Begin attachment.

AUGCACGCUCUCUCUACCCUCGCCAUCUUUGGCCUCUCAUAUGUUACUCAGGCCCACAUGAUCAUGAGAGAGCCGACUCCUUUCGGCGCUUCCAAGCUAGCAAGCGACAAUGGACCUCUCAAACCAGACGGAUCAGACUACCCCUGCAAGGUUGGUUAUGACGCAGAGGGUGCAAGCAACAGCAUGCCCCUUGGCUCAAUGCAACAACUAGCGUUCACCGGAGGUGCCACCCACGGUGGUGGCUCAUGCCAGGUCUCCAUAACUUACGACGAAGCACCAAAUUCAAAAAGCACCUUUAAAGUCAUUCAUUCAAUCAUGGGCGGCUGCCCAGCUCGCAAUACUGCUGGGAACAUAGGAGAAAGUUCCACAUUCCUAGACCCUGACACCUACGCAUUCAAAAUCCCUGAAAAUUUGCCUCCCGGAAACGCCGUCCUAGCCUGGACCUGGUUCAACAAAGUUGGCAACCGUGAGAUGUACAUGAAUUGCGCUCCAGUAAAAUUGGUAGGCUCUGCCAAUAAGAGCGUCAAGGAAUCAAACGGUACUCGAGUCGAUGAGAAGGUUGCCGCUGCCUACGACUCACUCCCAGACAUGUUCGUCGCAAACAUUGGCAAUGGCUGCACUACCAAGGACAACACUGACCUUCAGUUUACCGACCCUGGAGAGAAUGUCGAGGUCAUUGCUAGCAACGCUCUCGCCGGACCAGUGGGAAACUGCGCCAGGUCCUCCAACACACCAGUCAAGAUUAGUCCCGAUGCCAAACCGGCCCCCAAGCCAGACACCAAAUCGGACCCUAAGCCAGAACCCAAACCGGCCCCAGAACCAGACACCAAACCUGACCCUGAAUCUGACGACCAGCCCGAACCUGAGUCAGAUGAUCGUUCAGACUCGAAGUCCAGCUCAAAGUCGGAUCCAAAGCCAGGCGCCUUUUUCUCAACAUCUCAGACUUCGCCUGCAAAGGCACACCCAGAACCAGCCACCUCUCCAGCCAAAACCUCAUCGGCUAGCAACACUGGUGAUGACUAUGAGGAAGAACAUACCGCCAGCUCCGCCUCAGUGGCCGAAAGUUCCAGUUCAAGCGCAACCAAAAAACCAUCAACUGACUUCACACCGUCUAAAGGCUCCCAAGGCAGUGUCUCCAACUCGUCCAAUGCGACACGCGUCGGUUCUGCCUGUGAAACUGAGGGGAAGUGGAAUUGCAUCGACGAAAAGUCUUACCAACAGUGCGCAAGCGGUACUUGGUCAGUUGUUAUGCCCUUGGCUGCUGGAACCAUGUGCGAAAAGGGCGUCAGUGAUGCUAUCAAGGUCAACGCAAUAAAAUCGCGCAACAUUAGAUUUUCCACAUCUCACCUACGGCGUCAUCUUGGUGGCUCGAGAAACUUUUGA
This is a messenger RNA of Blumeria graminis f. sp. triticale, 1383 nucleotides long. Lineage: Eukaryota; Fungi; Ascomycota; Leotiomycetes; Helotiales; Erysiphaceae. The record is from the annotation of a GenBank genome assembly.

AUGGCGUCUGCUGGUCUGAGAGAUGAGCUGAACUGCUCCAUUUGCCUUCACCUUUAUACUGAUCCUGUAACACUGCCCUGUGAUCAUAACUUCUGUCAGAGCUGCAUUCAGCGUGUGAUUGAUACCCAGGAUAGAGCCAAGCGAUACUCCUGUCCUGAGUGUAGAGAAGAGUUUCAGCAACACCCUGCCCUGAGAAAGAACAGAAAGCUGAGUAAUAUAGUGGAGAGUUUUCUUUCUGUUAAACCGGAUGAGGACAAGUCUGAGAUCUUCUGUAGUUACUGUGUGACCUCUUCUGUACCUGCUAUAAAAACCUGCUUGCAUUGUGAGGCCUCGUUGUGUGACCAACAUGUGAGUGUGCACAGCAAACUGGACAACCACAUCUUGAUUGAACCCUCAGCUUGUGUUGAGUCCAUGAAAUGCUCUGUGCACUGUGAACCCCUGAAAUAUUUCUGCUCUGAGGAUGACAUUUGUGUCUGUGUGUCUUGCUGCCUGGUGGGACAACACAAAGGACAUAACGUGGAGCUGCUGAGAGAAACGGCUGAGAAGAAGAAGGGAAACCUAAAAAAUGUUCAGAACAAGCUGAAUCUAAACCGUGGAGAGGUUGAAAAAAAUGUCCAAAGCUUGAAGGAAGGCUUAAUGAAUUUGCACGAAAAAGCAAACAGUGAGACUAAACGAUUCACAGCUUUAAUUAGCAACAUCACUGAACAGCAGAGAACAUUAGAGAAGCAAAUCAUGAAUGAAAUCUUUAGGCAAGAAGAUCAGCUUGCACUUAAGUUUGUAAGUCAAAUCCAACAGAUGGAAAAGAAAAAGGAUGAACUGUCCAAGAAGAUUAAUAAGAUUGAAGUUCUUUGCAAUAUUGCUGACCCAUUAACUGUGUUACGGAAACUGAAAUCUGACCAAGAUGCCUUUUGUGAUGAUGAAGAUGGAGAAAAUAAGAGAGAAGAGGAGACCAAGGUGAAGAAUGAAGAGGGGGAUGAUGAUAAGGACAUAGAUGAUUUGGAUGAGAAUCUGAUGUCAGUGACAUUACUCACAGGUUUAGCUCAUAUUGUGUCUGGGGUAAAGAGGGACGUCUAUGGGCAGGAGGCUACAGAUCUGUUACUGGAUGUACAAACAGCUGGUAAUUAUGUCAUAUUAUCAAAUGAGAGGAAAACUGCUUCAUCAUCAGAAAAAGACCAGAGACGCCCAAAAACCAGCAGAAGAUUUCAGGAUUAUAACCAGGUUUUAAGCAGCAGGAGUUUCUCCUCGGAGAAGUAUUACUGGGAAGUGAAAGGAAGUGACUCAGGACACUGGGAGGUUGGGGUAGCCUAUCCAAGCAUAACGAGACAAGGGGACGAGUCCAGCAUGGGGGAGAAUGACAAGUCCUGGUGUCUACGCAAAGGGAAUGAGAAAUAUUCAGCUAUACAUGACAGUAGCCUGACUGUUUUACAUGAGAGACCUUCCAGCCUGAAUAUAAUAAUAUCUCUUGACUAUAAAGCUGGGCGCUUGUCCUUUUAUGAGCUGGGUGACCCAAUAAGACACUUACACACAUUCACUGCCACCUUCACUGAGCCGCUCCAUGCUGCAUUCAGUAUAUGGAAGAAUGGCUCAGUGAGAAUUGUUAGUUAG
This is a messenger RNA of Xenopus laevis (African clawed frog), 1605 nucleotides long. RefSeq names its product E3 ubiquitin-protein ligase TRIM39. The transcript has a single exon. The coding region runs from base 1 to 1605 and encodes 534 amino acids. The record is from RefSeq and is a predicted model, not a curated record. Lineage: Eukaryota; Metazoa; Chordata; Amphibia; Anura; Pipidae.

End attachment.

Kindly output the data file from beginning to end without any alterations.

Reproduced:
AUGCACGCUCUCUCUACCCUCGCCAUCUUUGGCCUCUCAUAUGUUACUCAGGCCCACAUGAUCAUGAGAGAGCCGACUCCUUUCGGCGCUUCCAAGCUAGCAAGCGACAAUGGACCUCUCAAACCAGACGGAUCAGACUACCCCUGCAAGGUUGGUUAUGACGCAGAGGGUGCAAGCAACAGCAUGCCCCUUGGCUCAAUGCAACAACUAGCGUUCACCGGAGGUGCCACCCACGGUGGUGGCUCAUGCCAGGUCUCCAUAACUUACGACGAAGCACCAAAUUCAAAAAGCACCUUUAAAGUCAUUCAUUCAAUCAUGGGCGGCUGCCCAGCUCGCAAUACUGCUGGGAACAUAGGAGAAAGUUCCACAUUCCUAGACCCUGACACCUACGCAUUCAAAAUCCCUGAAAAUUUGCCUCCCGGAAACGCCGUCCUAGCCUGGACCUGGUUCAACAAAGUUGGCAACCGUGAGAUGUACAUGAAUUGCGCUCCAGUAAAAUUGGUAGGCUCUGCCAAUAAGAGCGUCAAGGAAUCAAACGGUACUCGAGUCGAUGAGAAGGUUGCCGCUGCCUACGACUCACUCCCAGACAUGUUCGUCGCAAACAUUGGCAAUGGCUGCACUACCAAGGACAACACUGACCUUCAGUUUACCGACCCUGGAGAGAAUGUCGAGGUCAUUGCUAGCAACGCUCUCGCCGGACCAGUGGGAAACUGCGCCAGGUCCUCCAACACACCAGUCAAGAUUAGUCCCGAUGCCAAACCGGCCCCCAAGCCAGACACCAAAUCGGACCCUAAGCCAGAACCCAAACCGGCCCCAGAACCAGACACCAAACCUGACCCUGAAUCUGACGACCAGCCCGAACCUGAGUCAGAUGAUCGUUCAGACUCGAAGUCCAGCUCAAAGUCGGAUCCAAAGCCAGGCGCCUUUUUCUCAACAUCUCAGACUUCGCCUGCAAAGGCACACCCAGAACCAGCCACCUCUCCAGCCAAAACCUCAUCGGCUAGCAACACUGGUGAUGACUAUGAGGAAGAACAUACCGCCAGCUCCGCCUCAGUGGCCGAAAGUUCCAGUUCAAGCGCAACCAAAAAACCAUCAACUGACUUCACACCGUCUAAAGGCUCCCAAGGCAGUGUCUCCAACUCGUCCAAUGCGACACGCGUCGGUUCUGCCUGUGAAACUGAGGGGAAGUGGAAUUGCAUCGACGAAAAGUCUUACCAACAGUGCGCAAGCGGUACUUGGUCAGUUGUUAUGCCCUUGGCUGCUGGAACCAUGUGCGAAAAGGGCGUCAGUGAUGCUAUCAAGGUCAACGCAAUAAAAUCGCGCAACAUUAGAUUUUCCACAUCUCACCUACGGCGUCAUCUUGGUGGCUCGAGAAACUUUUGA
This is a messenger RNA of Blumeria graminis f. sp. triticale, 1383 nucleotides long. Lineage: Eukaryota; Fungi; Ascomycota; Leotiomycetes; Helotiales; Erysiphaceae. The record is from the annotation of a GenBank genome assembly.

AUGGCGUCUGCUGGUCUGAGAGAUGAGCUGAACUGCUCCAUUUGCCUUCACCUUUAUACUGAUCCUGUAACACUGCCCUGUGAUCAUAACUUCUGUCAGAGCUGCAUUCAGCGUGUGAUUGAUACCCAGGAUAGAGCCAAGCGAUACUCCUGUCCUGAGUGUAGAGAAGAGUUUCAGCAACACCCUGCCCUGAGAAAGAACAGAAAGCUGAGUAAUAUAGUGGAGAGUUUUCUUUCUGUUAAACCGGAUGAGGACAAGUCUGAGAUCUUCUGUAGUUACUGUGUGACCUCUUCUGUACCUGCUAUAAAAACCUGCUUGCAUUGUGAGGCCUCGUUGUGUGACCAACAUGUGAGUGUGCACAGCAAACUGGACAACCACAUCUUGAUUGAACCCUCAGCUUGUGUUGAGUCCAUGAAAUGCUCUGUGCACUGUGAACCCCUGAAAUAUUUCUGCUCUGAGGAUGACAUUUGUGUCUGUGUGUCUUGCUGCCUGGUGGGACAACACAAAGGACAUAACGUGGAGCUGCUGAGAGAAACGGCUGAGAAGAAGAAGGGAAACCUAAAAAAUGUUCAGAACAAGCUGAAUCUAAACCGUGGAGAGGUUGAAAAAAAUGUCCAAAGCUUGAAGGAAGGCUUAAUGAAUUUGCACGAAAAAGCAAACAGUGAGACUAAACGAUUCACAGCUUUAAUUAGCAACAUCACUGAACAGCAGAGAACAUUAGAGAAGCAAAUCAUGAAUGAAAUCUUUAGGCAAGAAGAUCAGCUUGCACUUAAGUUUGUAAGUCAAAUCCAACAGAUGGAAAAGAAAAAGGAUGAACUGUCCAAGAAGAUUAAUAAGAUUGAAGUUCUUUGCAAUAUUGCUGACCCAUUAACUGUGUUACGGAAACUGAAAUCUGACCAAGAUGCCUUUUGUGAUGAUGAAGAUGGAGAAAAUAAGAGAGAAGAGGAGACCAAGGUGAAGAAUGAAGAGGGGGAUGAUGAUAAGGACAUAGAUGAUUUGGAUGAGAAUCUGAUGUCAGUGACAUUACUCACAGGUUUAGCUCAUAUUGUGUCUGGGGUAAAGAGGGACGUCUAUGGGCAGGAGGCUACAGAUCUGUUACUGGAUGUACAAACAGCUGGUAAUUAUGUCAUAUUAUCAAAUGAGAGGAAAACUGCUUCAUCAUCAGAAAAAGACCAGAGACGCCCAAAAACCAGCAGAAGAUUUCAGGAUUAUAACCAGGUUUUAAGCAGCAGGAGUUUCUCCUCGGAGAAGUAUUACUGGGAAGUGAAAGGAAGUGACUCAGGACACUGGGAGGUUGGGGUAGCCUAUCCAAGCAUAACGAGACAAGGGGACGAGUCCAGCAUGGGGGAGAAUGACAAGUCCUGGUGUCUACGCAAAGGGAAUGAGAAAUAUUCAGCUAUACAUGACAGUAGCCUGACUGUUUUACAUGAGAGACCUUCCAGCCUGAAUAUAAUAAUAUCUCUUGACUAUAAAGCUGGGCGCUUGUCCUUUUAUGAGCUGGGUGACCCAAUAAGACACUUACACACAUUCACUGCCACCUUCACUGAGCCGCUCCAUGCUGCAUUCAGUAUAUGGAAGAAUGGCUCAGUGAGAAUUGUUAGUUAG
This is a messenger RNA of Xenopus laevis (African clawed frog), 1605 nucleotides long. RefSeq names its product E3 ubiquitin-protein ligase TRIM39. The transcript has a single exon. The coding region runs from base 1 to 1605 and encodes 534 amino acids. The record is from RefSeq and is a predicted model, not a curated record. Lineage: Eukaryota; Metazoa; Chordata; Amphibia; Anura; Pipidae.